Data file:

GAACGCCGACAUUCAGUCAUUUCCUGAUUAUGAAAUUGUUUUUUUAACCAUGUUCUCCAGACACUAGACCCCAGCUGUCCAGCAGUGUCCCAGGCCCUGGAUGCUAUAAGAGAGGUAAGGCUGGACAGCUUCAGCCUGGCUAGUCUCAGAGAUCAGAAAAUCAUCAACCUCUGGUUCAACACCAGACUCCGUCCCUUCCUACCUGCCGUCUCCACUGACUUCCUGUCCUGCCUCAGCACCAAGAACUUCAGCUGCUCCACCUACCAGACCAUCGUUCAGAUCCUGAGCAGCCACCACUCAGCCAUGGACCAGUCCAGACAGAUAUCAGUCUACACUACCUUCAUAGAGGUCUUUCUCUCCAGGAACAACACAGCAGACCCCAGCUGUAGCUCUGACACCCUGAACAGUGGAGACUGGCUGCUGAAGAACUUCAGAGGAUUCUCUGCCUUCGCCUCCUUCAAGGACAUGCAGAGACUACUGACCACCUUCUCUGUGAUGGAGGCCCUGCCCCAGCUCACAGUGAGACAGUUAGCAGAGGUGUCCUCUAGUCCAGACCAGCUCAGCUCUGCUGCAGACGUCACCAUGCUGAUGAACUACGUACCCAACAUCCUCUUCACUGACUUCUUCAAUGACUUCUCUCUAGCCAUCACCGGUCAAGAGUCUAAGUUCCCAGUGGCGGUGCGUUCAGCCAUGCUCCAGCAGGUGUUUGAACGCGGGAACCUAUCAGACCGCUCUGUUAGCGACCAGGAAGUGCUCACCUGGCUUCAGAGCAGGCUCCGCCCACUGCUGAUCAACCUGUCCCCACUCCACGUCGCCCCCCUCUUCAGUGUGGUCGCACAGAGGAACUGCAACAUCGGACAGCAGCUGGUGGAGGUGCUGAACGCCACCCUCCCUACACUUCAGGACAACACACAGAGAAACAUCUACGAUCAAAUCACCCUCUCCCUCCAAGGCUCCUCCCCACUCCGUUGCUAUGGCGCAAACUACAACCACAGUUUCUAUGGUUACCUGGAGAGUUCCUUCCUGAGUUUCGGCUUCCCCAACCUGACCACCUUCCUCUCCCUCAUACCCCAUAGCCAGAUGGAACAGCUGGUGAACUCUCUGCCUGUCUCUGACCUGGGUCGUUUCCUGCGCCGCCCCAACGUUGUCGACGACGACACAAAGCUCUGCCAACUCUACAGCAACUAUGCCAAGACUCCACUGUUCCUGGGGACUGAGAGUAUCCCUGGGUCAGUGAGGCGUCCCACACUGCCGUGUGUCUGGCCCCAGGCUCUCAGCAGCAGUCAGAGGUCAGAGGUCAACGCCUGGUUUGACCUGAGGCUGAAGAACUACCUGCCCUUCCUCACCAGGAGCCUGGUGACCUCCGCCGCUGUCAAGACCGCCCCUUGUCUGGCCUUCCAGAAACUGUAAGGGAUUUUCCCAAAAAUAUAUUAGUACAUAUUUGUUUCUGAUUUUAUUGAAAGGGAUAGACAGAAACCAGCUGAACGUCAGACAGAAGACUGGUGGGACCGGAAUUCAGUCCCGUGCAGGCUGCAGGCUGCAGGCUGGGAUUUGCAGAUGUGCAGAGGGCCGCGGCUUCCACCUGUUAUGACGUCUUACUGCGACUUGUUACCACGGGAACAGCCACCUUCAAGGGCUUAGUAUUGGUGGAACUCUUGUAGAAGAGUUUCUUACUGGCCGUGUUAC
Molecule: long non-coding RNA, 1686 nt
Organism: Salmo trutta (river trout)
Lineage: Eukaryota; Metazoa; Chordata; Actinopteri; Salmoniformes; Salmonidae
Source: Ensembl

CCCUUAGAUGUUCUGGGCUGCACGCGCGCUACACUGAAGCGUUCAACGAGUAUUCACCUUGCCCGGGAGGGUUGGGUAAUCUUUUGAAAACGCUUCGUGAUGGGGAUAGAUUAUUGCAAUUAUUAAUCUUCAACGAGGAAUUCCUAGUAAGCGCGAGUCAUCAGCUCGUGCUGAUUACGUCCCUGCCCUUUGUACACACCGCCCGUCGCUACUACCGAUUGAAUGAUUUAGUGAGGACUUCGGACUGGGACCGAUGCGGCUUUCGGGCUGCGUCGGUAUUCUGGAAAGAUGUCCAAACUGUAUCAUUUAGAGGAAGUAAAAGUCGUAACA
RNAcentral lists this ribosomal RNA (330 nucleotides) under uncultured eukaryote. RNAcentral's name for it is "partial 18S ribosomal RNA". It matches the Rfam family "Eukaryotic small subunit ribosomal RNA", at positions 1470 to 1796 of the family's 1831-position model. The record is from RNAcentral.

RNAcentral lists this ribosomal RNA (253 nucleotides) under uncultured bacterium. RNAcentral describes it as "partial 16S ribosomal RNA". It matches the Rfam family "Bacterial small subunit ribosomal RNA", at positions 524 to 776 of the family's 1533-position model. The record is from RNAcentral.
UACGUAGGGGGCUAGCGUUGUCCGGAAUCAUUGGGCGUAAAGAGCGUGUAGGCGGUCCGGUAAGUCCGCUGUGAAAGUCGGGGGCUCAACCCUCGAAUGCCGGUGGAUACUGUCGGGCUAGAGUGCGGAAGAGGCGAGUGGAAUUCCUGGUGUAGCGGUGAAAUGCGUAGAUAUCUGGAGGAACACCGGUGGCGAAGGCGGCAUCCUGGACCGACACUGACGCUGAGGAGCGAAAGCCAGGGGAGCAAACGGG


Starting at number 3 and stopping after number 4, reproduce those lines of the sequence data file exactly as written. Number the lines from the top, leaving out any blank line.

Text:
Organism: Salmo trutta (river trout)
Lineage: Eukaryota; Metazoa; Chordata; Actinopteri; Salmoniformes; Salmonidae